Mid Louth Independent
No vote ‘locked down in Drogheda’
CAMPAIGNERS ARE WORRIED THERE WILL NOT BE ENOUGH CHILDREN FOR SCHOOLS OR GAA TEAMS IF ABORTION IS LEGALISED
ONE of the organisers of the local campaign to Save the Eighth, says he believes the No vote is ‘locked down’ in Drogheda.
Micheal O’Dowd has been canvassing with many others on the doorsteps of the town, and says they have been generally well received, with robust exchanges taking place, but nothing outstandingly negative.
“Even those we have been speaking with who would be considered soft Yes votes, have been listening to us, and we help them delve deeper into what is being said in the slogans. We believe there is still a large number of people, especially younger voters, who will vote to keep the 8th.”
Micheal, who has been canvassing with his son Conor who has Down Syndrome says Ireland will stay a better place with the 8th amendment retained.
“Wherever you stand on abortion, the facts are impossible to ignore. People whose disabilities are detected before birth are effectively being wiped out by abortion. 90% of babies diagnosed with Down syndrome in Britain are aborted.
“We believe Ireland will become more like our neighbours in the UK is abortion is available on demand, and figures here show 55% of babies with Down Syndrome are being terminated there and we believe it will rise significantly,’ he says.
Another great concern for Michael, speaking on behalf of the Save the Eighth group, is the impact to the local community if there is abortion on demand to 12 weeks.
‘There will be fewer children in our schools and to play for our sports club, with GAA teams and things like that down members,” he tells the Drogheda Independent.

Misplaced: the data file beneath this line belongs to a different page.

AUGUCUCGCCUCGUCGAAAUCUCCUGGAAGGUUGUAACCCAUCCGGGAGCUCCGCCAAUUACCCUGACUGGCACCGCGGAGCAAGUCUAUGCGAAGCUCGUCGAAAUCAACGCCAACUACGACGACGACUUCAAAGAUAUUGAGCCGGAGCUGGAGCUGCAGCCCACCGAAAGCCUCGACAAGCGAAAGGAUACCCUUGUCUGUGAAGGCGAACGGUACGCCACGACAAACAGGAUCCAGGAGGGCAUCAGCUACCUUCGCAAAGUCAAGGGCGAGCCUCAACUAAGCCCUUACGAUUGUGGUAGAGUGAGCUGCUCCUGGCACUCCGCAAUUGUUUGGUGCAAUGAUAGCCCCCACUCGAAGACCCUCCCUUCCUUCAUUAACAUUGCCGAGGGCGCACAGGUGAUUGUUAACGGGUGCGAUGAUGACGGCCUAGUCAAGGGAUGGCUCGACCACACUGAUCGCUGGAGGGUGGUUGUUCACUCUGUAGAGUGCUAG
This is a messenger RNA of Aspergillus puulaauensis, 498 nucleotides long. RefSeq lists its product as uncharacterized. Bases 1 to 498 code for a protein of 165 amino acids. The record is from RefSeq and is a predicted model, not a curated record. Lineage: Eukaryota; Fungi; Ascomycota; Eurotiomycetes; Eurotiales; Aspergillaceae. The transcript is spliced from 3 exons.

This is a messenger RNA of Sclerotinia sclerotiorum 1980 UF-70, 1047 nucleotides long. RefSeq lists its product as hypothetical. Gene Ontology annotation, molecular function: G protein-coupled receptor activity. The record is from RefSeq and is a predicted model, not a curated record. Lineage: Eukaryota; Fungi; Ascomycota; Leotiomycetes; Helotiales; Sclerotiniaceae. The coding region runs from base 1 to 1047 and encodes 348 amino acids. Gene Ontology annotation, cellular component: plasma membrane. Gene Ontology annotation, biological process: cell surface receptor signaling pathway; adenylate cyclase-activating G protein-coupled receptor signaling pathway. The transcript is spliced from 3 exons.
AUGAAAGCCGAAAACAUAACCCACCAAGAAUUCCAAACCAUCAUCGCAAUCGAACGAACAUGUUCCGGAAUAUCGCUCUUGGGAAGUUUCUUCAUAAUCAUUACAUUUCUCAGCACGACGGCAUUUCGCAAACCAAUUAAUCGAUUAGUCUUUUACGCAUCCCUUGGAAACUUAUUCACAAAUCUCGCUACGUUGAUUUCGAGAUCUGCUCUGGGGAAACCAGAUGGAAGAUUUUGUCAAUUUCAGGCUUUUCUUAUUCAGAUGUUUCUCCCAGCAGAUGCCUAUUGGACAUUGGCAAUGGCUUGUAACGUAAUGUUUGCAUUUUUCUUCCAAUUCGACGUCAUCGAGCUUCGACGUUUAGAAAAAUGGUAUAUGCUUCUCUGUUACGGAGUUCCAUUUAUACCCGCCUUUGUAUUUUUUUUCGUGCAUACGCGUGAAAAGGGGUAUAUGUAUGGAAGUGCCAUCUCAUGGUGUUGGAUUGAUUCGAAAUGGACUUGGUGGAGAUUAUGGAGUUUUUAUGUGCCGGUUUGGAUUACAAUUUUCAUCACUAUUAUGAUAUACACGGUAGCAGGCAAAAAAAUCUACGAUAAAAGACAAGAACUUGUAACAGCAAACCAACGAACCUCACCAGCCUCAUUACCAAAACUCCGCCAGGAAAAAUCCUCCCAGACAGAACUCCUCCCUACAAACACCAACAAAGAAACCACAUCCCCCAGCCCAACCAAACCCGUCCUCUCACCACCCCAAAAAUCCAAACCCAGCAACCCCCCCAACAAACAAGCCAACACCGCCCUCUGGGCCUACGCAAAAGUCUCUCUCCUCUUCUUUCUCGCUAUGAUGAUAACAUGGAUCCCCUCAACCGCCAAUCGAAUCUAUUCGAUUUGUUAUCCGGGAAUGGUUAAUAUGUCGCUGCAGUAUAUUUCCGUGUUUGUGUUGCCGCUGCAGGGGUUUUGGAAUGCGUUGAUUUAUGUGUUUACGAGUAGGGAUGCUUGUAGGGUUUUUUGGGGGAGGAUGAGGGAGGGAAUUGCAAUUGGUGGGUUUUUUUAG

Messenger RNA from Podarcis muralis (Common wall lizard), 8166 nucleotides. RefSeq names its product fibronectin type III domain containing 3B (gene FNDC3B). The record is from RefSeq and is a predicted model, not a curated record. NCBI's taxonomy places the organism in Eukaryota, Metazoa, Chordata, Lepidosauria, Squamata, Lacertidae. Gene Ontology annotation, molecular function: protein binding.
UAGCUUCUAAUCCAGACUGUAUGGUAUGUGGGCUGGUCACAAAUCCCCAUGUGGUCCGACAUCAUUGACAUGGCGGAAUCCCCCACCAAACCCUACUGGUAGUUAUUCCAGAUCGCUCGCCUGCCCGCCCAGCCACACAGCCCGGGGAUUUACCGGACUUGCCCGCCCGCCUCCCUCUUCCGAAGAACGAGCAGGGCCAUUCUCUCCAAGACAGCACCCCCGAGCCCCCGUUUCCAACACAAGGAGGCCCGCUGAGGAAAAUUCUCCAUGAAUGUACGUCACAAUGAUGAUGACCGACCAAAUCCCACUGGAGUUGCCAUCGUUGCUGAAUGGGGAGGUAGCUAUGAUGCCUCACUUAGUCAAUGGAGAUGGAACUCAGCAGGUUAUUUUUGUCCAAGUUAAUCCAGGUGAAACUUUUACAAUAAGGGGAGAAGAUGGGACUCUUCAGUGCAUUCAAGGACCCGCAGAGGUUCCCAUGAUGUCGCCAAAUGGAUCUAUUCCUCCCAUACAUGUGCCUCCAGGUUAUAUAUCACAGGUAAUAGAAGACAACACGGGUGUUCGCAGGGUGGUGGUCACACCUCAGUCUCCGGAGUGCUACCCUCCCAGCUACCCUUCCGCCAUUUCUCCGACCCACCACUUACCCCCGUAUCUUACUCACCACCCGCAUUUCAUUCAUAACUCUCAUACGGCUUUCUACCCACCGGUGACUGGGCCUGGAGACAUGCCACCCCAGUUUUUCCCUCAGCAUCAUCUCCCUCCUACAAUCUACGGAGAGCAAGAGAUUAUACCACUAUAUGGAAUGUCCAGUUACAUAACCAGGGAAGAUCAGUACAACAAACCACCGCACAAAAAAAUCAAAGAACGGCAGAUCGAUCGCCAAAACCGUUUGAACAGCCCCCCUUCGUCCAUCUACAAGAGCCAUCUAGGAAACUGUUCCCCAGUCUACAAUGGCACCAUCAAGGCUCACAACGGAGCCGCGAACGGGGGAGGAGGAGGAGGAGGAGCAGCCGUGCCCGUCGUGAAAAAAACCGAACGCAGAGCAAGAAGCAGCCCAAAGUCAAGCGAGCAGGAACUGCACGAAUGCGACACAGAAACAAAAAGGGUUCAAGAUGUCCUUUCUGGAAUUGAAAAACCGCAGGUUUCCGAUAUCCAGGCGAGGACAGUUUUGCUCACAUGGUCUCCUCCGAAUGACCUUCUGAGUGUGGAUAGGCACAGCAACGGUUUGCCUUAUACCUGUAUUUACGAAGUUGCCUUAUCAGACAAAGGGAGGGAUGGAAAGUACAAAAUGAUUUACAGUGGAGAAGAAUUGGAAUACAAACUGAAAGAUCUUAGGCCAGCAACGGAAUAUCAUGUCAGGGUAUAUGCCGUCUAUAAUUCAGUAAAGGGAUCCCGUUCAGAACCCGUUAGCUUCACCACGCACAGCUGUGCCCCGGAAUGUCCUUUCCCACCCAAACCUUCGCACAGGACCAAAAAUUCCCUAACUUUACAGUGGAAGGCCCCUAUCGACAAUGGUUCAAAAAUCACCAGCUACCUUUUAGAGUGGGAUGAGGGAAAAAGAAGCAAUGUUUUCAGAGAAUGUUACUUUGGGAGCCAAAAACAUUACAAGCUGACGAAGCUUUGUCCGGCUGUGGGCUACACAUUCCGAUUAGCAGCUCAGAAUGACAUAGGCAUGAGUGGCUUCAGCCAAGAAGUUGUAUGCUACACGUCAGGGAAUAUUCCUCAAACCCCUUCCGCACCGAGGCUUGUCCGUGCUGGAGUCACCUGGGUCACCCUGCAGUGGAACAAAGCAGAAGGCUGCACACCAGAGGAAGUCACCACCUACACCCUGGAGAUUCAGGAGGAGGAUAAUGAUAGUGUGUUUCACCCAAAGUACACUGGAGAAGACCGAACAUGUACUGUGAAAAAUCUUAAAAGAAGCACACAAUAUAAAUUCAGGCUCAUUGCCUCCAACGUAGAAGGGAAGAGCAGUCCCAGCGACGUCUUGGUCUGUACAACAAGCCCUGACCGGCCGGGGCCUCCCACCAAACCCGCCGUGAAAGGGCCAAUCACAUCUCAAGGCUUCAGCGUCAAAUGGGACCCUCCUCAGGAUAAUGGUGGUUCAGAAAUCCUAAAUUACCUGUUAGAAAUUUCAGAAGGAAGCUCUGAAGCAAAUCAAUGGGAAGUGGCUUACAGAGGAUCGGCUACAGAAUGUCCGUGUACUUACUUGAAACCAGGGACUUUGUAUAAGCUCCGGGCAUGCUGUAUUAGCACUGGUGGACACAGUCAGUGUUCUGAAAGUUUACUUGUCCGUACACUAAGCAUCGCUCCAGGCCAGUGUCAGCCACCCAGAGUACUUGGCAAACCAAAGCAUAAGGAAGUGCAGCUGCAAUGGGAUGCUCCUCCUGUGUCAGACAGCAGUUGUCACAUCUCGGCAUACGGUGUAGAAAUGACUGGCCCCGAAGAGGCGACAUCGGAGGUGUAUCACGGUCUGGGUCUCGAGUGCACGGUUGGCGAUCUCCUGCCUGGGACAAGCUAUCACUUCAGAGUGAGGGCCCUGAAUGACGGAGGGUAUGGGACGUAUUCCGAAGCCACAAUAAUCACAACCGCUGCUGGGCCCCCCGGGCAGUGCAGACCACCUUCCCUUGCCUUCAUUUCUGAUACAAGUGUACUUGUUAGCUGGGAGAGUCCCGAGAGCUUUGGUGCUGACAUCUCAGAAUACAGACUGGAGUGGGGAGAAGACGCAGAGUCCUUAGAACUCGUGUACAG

“This is not just an issue for now, and we have to think of the wider impact it will have on our society and our country.”
Micheal says the group just doesn’t except that termination is ever an option, even if circumstances like fatal foetal abnormalities, rape or incest are factors.
“Whatever difficulties surround the pregnancy, there is never a need for terminating a pregnancy,” he says.
“In every instance, a better solution can be found, and we are finding people are agreeing with us on the doorsteps in Drogheda.”
What Micheal and the rest of the local Save the Eighth campaigners can’t agree on is the removal of No votes posters from around the town.
“We live in a democracy and both sides should be free to make their case without interference. There is a history of such tolerance in Drogheda, but I suppose that is the way things have become, and there’s nothing you can do.
“We know the people of Drogheda and Louth will vote with compassion, and that will be a No vote.”